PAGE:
Prior to the fatal accident, the junior doctor had worked more than 100 hours in the week. Obviously, exhaustion from working the crushing hours at Leeds General Infirmary played the role in the death of her patient.
When the junior doctors have to work extra long hours, under stress, suffering from exhaustion, it is extremely hard to expect them to be constantly equipped with the heads clear and cool enough to make life or death decisions in a split second. The truth is you are at high risk of being a victim of medical accident, if you are under the tender loving care of such a doctor.
Still from the book on Internal Bleeding. This is the case of Nurse-Kills-Patient-by-Administering-Overdose-of-Insulin. pp. 83-88
The patient, Geller, went to see her doctor for her chest pain. After elective cardiac bypass surgery, she was stable until one morning when the nurse heard a loud noise coming from her room and saw Geller “jerking violently on the bed: her head snapping back and forth, back arching, arm and legs thrashing. She was having seizure.” The patient suffered brain dead as the result and died shortly after life support was withdrawn.
“About an hour after the seizure, another nurse tidying up Geller’s disheveled ICU room noticed two different medication vials midst the syringes, … One was heparin, a blood thinner routinely injected in small doses through intravenous lines to make sure they don’t clot off. The other was insulin. The bottles were about the same size and shape, and their labels were also similar in appearance. Given the nature of Geller’s emergency, it did not take a rocket scientist to realize what had happened: Geller’s ICU nurse, intending to flush patient’s IV line with heparin two hours earlier, had inadvertently injected a fatal dose of insulin.”
Indeed, it didn’t take much to kill a patient. This reminds me of another killing case of insulin overdosing.
To be continued tomorrow…
Another real life story also from this book, the famous case of chemo quadruple overdose. This time a patient died of a killing overdose of cyclophosphamide. 39-ear-old Betsy Lehman, a mother of two young children and a breast cancer patient, had an experimental treatment at supposedly prestigious Dana-Farber, one of the best in the country, part of the Harvard Medical School.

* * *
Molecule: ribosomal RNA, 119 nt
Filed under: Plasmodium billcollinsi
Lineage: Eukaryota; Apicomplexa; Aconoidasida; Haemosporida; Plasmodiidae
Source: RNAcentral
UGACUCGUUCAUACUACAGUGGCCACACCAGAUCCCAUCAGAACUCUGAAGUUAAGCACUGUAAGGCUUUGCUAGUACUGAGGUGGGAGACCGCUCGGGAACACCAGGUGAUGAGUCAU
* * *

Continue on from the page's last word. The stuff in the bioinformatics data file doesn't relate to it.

The experimental protocol required patients to receive a high dose of cyclophosphamide at one gram per day. The physician order writes like this, “cyclophosphamide 4 g/sq over four days,” that is, the patient is supposed to receive a total four gram per square meter, spreading out over four days. The infusion nurse, unfamiliar with treatment plan, interpreted the order as 4 g on each of the four days and thus gave the patient four grams per day for four days, totally 16 g., thoroughly killing all cancer cells together with the patient’s life in three weeks, leaving two young children motherless.
Now, even if patients have done due research on the safe dosage of the drug and known that the doctor has written the right drug and dosage, they still need to be extra cautious to make sure that the nurse correctly carries out the doctor’s order. The mistakes of a nurse can be fatal, as in Lehman’s case. Well, it is our lives and we just cannot trust anybody else to do the right thing. We have to learn to be smart patients.
P.S. my daughter commented, “Indeed, you cannot trust them all. They are humans, too and they make mistakes like all of us.” Indeed, the cost of their mistakes is too dear for any one of us.
I have been reading this book by Robert Wacher and Kaveh Shojania, Internal Bleeding: The Truth Behind America’s Terrifying Epidemic of Medical Mistakes, 2004. It was a disturbing discovery. Yet, it is good to know all the dark side of fact so that we can be wise patients when facing untrustworthy ones.
A 42-year-old patient suffering from chest pain died from wrong medication. His doctor prescribed Isordil 20mg every 6 hour but his poor handwriting made it look like Plendil. His pharmacist sent him home with a bottle of Plendil, 20mg 4 times, totally 80mg per day. Tragically, the safe dose for Plendil is 10mg per day. Patient died of massive heart attack. pp. 67-68
Two persons that we normally trust to take good care of us, failed this time, the doctor and the pharmacist, both being able to cure and kill. If the patient knew he could not blindly trust these people and had done some research on the nature and safe dosage of the drug that he was supposed to take, the tragedy might have been prevented. I don’t know whom we can trust other than ourselves.